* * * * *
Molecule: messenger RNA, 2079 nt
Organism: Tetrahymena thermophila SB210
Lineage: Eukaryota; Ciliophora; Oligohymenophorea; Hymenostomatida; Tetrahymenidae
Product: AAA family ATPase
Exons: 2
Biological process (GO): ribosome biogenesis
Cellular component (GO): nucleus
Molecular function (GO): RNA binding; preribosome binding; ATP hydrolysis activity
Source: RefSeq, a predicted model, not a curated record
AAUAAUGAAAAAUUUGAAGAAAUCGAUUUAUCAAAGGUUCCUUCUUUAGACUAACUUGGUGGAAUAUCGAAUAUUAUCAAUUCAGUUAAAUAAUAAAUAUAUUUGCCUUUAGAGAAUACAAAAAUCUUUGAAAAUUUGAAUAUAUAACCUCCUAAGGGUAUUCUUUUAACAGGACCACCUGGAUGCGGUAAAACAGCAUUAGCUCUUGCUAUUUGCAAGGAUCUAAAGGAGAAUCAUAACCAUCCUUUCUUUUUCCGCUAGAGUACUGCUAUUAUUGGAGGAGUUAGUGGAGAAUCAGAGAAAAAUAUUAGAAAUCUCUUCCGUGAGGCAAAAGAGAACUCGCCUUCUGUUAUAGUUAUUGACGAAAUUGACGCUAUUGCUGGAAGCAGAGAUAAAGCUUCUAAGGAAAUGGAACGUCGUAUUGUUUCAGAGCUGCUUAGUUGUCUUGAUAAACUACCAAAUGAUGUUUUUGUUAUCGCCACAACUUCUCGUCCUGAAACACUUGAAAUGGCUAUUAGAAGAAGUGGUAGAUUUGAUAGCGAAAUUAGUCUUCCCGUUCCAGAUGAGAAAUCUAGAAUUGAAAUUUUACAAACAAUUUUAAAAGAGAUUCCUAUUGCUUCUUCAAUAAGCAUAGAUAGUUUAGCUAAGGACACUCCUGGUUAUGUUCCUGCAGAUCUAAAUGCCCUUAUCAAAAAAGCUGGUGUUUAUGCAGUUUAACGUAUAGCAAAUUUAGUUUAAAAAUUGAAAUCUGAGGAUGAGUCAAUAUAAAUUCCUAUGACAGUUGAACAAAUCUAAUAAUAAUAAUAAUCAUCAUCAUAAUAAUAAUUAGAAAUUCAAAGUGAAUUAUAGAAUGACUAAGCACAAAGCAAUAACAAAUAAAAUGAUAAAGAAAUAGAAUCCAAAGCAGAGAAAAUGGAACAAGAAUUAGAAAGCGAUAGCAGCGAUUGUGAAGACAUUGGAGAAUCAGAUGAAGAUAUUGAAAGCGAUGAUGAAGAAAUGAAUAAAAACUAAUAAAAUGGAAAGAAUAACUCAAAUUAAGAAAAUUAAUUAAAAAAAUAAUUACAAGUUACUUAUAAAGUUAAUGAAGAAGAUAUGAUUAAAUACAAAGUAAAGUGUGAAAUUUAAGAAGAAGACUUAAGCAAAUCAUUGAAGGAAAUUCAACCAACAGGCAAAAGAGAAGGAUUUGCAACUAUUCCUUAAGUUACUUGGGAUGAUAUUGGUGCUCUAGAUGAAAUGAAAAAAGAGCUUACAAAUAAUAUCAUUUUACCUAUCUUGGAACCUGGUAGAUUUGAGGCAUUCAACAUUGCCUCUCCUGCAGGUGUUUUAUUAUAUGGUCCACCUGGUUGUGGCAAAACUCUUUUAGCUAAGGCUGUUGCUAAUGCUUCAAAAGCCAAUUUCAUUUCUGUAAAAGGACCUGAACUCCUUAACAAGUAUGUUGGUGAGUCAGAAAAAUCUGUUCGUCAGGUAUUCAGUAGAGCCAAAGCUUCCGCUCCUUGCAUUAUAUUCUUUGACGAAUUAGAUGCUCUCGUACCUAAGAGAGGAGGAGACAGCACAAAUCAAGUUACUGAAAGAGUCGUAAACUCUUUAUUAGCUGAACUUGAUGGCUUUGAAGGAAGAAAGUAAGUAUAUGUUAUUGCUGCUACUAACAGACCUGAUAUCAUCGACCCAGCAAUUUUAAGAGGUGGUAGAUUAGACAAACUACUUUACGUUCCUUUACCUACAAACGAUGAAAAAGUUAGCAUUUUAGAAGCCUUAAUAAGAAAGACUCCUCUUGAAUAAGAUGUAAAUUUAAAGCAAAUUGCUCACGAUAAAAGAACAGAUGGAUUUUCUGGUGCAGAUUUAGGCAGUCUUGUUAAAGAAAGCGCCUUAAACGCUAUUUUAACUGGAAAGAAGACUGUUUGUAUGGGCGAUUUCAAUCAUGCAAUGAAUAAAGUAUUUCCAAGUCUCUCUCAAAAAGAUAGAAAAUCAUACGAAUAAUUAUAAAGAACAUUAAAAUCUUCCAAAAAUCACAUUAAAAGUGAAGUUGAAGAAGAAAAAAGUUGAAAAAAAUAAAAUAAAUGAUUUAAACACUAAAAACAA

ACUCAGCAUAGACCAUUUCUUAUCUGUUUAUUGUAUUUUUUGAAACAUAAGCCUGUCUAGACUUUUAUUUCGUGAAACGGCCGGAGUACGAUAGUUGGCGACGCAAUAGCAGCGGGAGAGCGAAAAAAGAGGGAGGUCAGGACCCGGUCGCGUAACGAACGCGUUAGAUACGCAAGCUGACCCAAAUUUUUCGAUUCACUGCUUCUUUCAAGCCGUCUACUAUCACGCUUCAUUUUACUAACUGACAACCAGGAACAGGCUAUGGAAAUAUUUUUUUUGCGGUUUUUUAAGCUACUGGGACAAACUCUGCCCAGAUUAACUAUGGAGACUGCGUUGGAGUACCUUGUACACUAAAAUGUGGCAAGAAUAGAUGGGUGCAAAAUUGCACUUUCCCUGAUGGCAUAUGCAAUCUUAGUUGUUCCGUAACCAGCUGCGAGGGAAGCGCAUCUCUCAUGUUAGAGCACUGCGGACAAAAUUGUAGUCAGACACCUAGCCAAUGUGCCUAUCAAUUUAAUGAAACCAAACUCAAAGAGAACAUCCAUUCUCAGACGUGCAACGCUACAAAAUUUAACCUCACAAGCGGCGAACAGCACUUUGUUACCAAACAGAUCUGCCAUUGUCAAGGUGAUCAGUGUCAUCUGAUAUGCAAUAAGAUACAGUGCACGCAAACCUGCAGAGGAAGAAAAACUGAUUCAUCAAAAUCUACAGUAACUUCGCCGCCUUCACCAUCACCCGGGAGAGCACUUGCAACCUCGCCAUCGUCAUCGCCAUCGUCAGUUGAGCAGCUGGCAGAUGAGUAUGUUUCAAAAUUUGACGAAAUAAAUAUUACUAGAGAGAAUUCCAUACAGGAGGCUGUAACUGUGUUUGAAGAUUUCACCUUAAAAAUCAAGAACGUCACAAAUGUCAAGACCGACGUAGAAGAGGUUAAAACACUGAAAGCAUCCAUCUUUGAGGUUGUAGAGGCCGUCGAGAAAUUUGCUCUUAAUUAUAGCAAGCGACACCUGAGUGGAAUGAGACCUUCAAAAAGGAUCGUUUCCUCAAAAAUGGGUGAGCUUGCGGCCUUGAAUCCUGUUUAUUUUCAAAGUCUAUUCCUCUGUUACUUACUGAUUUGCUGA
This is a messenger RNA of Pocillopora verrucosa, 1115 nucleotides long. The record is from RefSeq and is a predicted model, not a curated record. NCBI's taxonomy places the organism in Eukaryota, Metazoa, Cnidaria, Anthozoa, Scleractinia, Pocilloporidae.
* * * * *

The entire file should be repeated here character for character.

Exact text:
Molecule: messenger RNA, 2079 nt
Organism: Tetrahymena thermophila SB210
Lineage: Eukaryota; Ciliophora; Oligohymenophorea; Hymenostomatida; Tetrahymenidae
Product: AAA family ATPase
Exons: 2
Biological process (GO): ribosome biogenesis
Cellular component (GO): nucleus
Molecular function (GO): RNA binding; preribosome binding; ATP hydrolysis activity
Source: RefSeq, a predicted model, not a curated record
AAUAAUGAAAAAUUUGAAGAAAUCGAUUUAUCAAAGGUUCCUUCUUUAGACUAACUUGGUGGAAUAUCGAAUAUUAUCAAUUCAGUUAAAUAAUAAAUAUAUUUGCCUUUAGAGAAUACAAAAAUCUUUGAAAAUUUGAAUAUAUAACCUCCUAAGGGUAUUCUUUUAACAGGACCACCUGGAUGCGGUAAAACAGCAUUAGCUCUUGCUAUUUGCAAGGAUCUAAAGGAGAAUCAUAACCAUCCUUUCUUUUUCCGCUAGAGUACUGCUAUUAUUGGAGGAGUUAGUGGAGAAUCAGAGAAAAAUAUUAGAAAUCUCUUCCGUGAGGCAAAAGAGAACUCGCCUUCUGUUAUAGUUAUUGACGAAAUUGACGCUAUUGCUGGAAGCAGAGAUAAAGCUUCUAAGGAAAUGGAACGUCGUAUUGUUUCAGAGCUGCUUAGUUGUCUUGAUAAACUACCAAAUGAUGUUUUUGUUAUCGCCACAACUUCUCGUCCUGAAACACUUGAAAUGGCUAUUAGAAGAAGUGGUAGAUUUGAUAGCGAAAUUAGUCUUCCCGUUCCAGAUGAGAAAUCUAGAAUUGAAAUUUUACAAACAAUUUUAAAAGAGAUUCCUAUUGCUUCUUCAAUAAGCAUAGAUAGUUUAGCUAAGGACACUCCUGGUUAUGUUCCUGCAGAUCUAAAUGCCCUUAUCAAAAAAGCUGGUGUUUAUGCAGUUUAACGUAUAGCAAAUUUAGUUUAAAAAUUGAAAUCUGAGGAUGAGUCAAUAUAAAUUCCUAUGACAGUUGAACAAAUCUAAUAAUAAUAAUAAUCAUCAUCAUAAUAAUAAUUAGAAAUUCAAAGUGAAUUAUAGAAUGACUAAGCACAAAGCAAUAACAAAUAAAAUGAUAAAGAAAUAGAAUCCAAAGCAGAGAAAAUGGAACAAGAAUUAGAAAGCGAUAGCAGCGAUUGUGAAGACAUUGGAGAAUCAGAUGAAGAUAUUGAAAGCGAUGAUGAAGAAAUGAAUAAAAACUAAUAAAAUGGAAAGAAUAACUCAAAUUAAGAAAAUUAAUUAAAAAAAUAAUUACAAGUUACUUAUAAAGUUAAUGAAGAAGAUAUGAUUAAAUACAAAGUAAAGUGUGAAAUUUAAGAAGAAGACUUAAGCAAAUCAUUGAAGGAAAUUCAACCAACAGGCAAAAGAGAAGGAUUUGCAACUAUUCCUUAAGUUACUUGGGAUGAUAUUGGUGCUCUAGAUGAAAUGAAAAAAGAGCUUACAAAUAAUAUCAUUUUACCUAUCUUGGAACCUGGUAGAUUUGAGGCAUUCAACAUUGCCUCUCCUGCAGGUGUUUUAUUAUAUGGUCCACCUGGUUGUGGCAAAACUCUUUUAGCUAAGGCUGUUGCUAAUGCUUCAAAAGCCAAUUUCAUUUCUGUAAAAGGACCUGAACUCCUUAACAAGUAUGUUGGUGAGUCAGAAAAAUCUGUUCGUCAGGUAUUCAGUAGAGCCAAAGCUUCCGCUCCUUGCAUUAUAUUCUUUGACGAAUUAGAUGCUCUCGUACCUAAGAGAGGAGGAGACAGCACAAAUCAAGUUACUGAAAGAGUCGUAAACUCUUUAUUAGCUGAACUUGAUGGCUUUGAAGGAAGAAAGUAAGUAUAUGUUAUUGCUGCUACUAACAGACCUGAUAUCAUCGACCCAGCAAUUUUAAGAGGUGGUAGAUUAGACAAACUACUUUACGUUCCUUUACCUACAAACGAUGAAAAAGUUAGCAUUUUAGAAGCCUUAAUAAGAAAGACUCCUCUUGAAUAAGAUGUAAAUUUAAAGCAAAUUGCUCACGAUAAAAGAACAGAUGGAUUUUCUGGUGCAGAUUUAGGCAGUCUUGUUAAAGAAAGCGCCUUAAACGCUAUUUUAACUGGAAAGAAGACUGUUUGUAUGGGCGAUUUCAAUCAUGCAAUGAAUAAAGUAUUUCCAAGUCUCUCUCAAAAAGAUAGAAAAUCAUACGAAUAAUUAUAAAGAACAUUAAAAUCUUCCAAAAAUCACAUUAAAAGUGAAGUUGAAGAAGAAAAAAGUUGAAAAAAAUAAAAUAAAUGAUUUAAACACUAAAAACAA

ACUCAGCAUAGACCAUUUCUUAUCUGUUUAUUGUAUUUUUUGAAACAUAAGCCUGUCUAGACUUUUAUUUCGUGAAACGGCCGGAGUACGAUAGUUGGCGACGCAAUAGCAGCGGGAGAGCGAAAAAAGAGGGAGGUCAGGACCCGGUCGCGUAACGAACGCGUUAGAUACGCAAGCUGACCCAAAUUUUUCGAUUCACUGCUUCUUUCAAGCCGUCUACUAUCACGCUUCAUUUUACUAACUGACAACCAGGAACAGGCUAUGGAAAUAUUUUUUUUGCGGUUUUUUAAGCUACUGGGACAAACUCUGCCCAGAUUAACUAUGGAGACUGCGUUGGAGUACCUUGUACACUAAAAUGUGGCAAGAAUAGAUGGGUGCAAAAUUGCACUUUCCCUGAUGGCAUAUGCAAUCUUAGUUGUUCCGUAACCAGCUGCGAGGGAAGCGCAUCUCUCAUGUUAGAGCACUGCGGACAAAAUUGUAGUCAGACACCUAGCCAAUGUGCCUAUCAAUUUAAUGAAACCAAACUCAAAGAGAACAUCCAUUCUCAGACGUGCAACGCUACAAAAUUUAACCUCACAAGCGGCGAACAGCACUUUGUUACCAAACAGAUCUGCCAUUGUCAAGGUGAUCAGUGUCAUCUGAUAUGCAAUAAGAUACAGUGCACGCAAACCUGCAGAGGAAGAAAAACUGAUUCAUCAAAAUCUACAGUAACUUCGCCGCCUUCACCAUCACCCGGGAGAGCACUUGCAACCUCGCCAUCGUCAUCGCCAUCGUCAGUUGAGCAGCUGGCAGAUGAGUAUGUUUCAAAAUUUGACGAAAUAAAUAUUACUAGAGAGAAUUCCAUACAGGAGGCUGUAACUGUGUUUGAAGAUUUCACCUUAAAAAUCAAGAACGUCACAAAUGUCAAGACCGACGUAGAAGAGGUUAAAACACUGAAAGCAUCCAUCUUUGAGGUUGUAGAGGCCGUCGAGAAAUUUGCUCUUAAUUAUAGCAAGCGACACCUGAGUGGAAUGAGACCUUCAAAAAGGAUCGUUUCCUCAAAAAUGGGUGAGCUUGCGGCCUUGAAUCCUGUUUAUUUUCAAAGUCUAUUCCUCUGUUACUUACUGAUUUGCUGA
This is a messenger RNA of Pocillopora verrucosa, 1115 nucleotides long. The record is from RefSeq and is a predicted model, not a curated record. NCBI's taxonomy places the organism in Eukaryota, Metazoa, Cnidaria, Anthozoa, Scleractinia, Pocilloporidae.